The princess saw with delight that they would pay no heed to her, and wandered gaily on and on among the trees and plants. Then a giant came out of a cave and ordered her to follow him. The princess felt much afraid, for he was so big and ugly, but there was no use in disobeying. They went a long way, and Loreli grew very tired, and at last began to cry.
"I don't like girls who make horrid noises," said the giant, turning round. "But if you want to cry, I'll give you something to cry for." Then took one of her shoes and went away for the time being.
The girl tried to run away but her shoeless foot got bleeding sores and was sprained - Gasping she lay on the grass and wondered if she would have to stay there till the giant found her, or maybe she would die of hunger before she found the way out of the forest.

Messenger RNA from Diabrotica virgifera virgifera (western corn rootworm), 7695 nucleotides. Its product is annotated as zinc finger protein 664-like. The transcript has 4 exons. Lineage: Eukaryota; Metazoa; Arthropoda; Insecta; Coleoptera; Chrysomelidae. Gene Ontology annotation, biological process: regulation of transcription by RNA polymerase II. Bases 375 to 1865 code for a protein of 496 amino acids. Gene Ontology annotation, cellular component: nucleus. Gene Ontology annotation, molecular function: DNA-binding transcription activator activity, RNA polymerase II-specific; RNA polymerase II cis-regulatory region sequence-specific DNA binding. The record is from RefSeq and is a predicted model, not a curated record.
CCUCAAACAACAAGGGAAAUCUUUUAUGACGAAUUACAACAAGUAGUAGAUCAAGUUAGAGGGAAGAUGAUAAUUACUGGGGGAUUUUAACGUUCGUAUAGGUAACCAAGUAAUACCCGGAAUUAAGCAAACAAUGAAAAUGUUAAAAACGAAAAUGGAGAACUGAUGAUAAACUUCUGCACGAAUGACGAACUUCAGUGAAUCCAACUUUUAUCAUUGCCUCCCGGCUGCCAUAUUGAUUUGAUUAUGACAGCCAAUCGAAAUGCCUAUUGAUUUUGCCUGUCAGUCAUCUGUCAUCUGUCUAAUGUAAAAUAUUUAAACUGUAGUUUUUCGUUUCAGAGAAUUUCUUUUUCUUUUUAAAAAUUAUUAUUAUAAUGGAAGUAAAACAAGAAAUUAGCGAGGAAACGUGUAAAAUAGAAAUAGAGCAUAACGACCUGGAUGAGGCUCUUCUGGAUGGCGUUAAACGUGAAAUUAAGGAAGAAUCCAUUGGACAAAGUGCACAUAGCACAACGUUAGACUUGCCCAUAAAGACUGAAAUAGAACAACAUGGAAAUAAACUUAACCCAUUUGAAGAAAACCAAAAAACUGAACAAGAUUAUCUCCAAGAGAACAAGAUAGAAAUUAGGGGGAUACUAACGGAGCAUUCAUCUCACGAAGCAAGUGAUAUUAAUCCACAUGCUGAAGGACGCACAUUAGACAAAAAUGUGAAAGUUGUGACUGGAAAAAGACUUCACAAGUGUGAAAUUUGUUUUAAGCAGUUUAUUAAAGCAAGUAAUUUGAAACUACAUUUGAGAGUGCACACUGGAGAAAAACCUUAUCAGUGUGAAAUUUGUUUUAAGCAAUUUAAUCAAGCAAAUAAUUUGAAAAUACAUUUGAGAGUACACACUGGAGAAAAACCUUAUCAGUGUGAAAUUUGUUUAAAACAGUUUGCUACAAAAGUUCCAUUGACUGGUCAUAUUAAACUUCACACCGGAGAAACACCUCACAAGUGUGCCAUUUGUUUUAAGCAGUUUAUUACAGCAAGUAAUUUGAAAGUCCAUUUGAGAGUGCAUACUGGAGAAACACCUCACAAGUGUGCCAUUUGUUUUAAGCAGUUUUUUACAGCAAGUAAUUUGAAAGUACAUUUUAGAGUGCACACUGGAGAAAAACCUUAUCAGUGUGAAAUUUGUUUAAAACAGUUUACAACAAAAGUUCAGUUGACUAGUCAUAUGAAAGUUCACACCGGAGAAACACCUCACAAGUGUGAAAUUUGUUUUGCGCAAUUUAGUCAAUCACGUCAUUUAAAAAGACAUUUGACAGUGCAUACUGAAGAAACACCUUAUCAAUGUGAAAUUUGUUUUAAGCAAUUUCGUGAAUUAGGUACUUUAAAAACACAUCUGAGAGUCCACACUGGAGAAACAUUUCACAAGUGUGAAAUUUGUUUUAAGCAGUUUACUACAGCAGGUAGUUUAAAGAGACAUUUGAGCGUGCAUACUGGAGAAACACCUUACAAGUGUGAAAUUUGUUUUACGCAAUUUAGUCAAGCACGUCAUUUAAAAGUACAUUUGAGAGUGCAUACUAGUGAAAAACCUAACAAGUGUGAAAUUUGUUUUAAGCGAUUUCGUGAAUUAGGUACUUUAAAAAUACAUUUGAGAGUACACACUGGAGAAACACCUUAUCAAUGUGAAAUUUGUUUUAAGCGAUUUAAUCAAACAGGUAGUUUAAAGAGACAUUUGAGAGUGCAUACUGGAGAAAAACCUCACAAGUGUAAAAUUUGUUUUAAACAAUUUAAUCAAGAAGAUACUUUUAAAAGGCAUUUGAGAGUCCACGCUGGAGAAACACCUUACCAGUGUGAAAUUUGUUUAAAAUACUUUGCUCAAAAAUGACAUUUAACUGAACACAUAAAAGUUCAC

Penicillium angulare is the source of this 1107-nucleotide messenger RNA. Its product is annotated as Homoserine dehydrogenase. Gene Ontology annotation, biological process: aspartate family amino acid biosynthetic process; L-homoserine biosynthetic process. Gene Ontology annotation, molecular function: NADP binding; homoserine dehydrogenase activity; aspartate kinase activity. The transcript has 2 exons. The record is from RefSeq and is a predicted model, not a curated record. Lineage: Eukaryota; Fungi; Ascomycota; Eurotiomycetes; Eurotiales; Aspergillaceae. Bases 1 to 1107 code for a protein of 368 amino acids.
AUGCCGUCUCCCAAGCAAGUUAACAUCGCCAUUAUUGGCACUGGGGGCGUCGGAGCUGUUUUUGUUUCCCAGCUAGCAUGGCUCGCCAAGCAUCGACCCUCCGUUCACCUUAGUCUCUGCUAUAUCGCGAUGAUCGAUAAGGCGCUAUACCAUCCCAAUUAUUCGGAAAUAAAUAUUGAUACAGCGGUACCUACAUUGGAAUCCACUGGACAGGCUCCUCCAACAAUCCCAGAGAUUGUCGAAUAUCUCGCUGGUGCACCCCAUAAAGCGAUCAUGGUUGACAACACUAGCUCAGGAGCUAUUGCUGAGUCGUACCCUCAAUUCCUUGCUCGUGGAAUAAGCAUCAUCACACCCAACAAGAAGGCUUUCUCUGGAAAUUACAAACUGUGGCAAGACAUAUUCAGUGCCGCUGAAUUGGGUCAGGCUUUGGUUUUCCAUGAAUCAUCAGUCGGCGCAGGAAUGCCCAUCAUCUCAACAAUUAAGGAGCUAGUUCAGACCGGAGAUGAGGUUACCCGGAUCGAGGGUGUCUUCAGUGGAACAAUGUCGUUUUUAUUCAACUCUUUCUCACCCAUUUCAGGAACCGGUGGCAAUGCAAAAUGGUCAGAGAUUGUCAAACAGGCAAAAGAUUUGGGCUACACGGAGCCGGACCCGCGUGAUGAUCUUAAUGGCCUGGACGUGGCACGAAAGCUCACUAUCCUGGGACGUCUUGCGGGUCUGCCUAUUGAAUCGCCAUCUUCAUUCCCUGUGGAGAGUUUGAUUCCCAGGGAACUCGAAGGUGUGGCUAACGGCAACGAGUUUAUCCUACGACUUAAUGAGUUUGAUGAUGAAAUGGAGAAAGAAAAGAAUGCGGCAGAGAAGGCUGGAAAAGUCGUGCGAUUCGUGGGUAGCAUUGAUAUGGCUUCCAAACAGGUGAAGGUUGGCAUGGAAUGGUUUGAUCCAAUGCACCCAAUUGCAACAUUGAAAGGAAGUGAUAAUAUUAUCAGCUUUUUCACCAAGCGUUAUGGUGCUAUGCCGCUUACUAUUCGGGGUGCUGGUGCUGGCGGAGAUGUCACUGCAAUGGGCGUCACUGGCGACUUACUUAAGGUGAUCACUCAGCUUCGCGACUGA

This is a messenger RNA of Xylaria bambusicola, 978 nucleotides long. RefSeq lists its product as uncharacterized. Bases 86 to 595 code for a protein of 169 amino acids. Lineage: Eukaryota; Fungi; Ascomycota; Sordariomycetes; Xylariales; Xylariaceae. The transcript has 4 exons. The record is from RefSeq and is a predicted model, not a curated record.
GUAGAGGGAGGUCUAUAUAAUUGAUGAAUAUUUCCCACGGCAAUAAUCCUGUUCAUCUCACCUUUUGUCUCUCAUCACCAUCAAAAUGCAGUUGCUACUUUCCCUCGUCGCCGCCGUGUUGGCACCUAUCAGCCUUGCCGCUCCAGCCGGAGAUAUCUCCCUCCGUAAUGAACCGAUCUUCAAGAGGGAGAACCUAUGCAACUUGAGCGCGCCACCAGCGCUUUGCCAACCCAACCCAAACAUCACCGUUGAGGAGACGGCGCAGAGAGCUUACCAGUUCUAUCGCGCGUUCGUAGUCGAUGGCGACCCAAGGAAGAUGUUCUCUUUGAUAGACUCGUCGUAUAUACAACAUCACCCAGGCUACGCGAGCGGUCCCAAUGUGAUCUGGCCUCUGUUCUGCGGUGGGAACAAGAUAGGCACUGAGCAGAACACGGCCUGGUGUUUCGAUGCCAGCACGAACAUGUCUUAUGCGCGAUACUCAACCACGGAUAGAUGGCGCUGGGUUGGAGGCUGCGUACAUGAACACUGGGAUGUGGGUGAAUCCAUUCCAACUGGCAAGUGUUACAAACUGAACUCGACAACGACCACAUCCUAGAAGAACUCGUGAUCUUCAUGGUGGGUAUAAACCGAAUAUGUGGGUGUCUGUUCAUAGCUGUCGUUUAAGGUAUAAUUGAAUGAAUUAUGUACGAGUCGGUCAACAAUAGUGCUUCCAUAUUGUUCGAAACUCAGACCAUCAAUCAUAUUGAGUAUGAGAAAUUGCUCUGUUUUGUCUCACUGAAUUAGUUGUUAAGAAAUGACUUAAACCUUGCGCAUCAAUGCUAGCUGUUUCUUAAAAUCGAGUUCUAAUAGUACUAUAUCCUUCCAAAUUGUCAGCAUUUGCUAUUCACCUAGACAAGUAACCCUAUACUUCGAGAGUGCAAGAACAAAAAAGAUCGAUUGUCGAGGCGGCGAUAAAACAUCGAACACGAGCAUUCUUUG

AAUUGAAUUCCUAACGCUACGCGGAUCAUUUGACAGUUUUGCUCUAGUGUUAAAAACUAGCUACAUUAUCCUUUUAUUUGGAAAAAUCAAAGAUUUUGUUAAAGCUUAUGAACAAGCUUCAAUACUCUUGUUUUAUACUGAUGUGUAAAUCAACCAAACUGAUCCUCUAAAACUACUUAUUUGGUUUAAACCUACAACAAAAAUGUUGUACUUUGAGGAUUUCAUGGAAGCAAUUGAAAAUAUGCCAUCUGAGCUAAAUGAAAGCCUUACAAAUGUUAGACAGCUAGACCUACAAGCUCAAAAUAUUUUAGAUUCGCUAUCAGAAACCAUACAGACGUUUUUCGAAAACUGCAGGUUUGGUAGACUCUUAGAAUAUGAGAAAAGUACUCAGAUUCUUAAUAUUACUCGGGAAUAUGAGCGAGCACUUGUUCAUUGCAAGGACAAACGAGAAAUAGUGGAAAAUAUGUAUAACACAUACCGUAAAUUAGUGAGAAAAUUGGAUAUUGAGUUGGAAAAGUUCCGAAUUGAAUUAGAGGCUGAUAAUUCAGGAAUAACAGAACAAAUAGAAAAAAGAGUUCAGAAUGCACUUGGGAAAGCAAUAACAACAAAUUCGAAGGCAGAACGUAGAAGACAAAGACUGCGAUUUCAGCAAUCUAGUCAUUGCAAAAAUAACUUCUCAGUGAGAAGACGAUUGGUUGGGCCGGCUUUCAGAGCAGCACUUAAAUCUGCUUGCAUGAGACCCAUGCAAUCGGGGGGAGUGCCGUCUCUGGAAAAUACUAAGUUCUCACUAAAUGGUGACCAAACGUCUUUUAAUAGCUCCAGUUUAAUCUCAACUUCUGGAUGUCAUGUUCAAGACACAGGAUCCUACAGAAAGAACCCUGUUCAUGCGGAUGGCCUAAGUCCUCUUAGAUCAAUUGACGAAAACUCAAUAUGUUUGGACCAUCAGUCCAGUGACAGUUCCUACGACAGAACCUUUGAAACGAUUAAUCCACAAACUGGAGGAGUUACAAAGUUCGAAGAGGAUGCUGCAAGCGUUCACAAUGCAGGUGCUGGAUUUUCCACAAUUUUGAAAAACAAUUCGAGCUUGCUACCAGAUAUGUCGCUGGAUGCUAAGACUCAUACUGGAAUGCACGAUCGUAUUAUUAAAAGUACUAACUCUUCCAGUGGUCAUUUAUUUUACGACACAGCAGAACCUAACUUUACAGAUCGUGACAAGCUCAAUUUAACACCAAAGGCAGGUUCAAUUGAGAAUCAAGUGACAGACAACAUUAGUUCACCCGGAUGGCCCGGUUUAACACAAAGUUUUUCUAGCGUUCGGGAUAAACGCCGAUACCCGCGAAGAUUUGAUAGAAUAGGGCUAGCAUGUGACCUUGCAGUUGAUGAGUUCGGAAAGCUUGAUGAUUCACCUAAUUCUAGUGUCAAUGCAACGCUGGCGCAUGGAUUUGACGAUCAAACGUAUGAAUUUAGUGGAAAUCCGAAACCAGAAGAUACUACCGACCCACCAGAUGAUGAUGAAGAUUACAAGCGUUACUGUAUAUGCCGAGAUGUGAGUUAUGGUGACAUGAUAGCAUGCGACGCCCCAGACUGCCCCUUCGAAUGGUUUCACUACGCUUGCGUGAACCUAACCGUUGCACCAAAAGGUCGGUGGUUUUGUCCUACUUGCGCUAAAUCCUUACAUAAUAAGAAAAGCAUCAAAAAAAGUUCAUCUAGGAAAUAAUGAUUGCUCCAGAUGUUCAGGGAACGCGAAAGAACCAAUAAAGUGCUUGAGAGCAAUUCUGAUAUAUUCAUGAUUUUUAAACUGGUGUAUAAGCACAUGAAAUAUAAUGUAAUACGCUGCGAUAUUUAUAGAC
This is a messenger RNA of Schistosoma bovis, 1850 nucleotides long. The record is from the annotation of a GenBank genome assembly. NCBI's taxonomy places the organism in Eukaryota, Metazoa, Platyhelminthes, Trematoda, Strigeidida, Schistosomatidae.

How long it was since she had set out in the morning she could not tell, but the sun was still high in the heavens when she heard the sound of wheels. Then she gave a shout.
"I'm coming!" was the answer; and in another moment a cart made its way through the trees. It was driven by Kisa, who used her tail as a whip to urge the horse to go faster. Directly Kisa saw Loreli lying there, she jumped quickly down, and lifting the girl carefully in her two front paws, laid her on some soft hay, and drove back to her own little hut.
In the corner of the room was a pile of cushions, and Kisa arranged them as a bed. Loreli, who by this time was nearly fainting from all she had gone through, drank greedily some milk while Kisa fetched dried herbs from a cupboard and boiled some of them to put on her foot under a cloth, and then she boiled some others and let her have them along with the milk.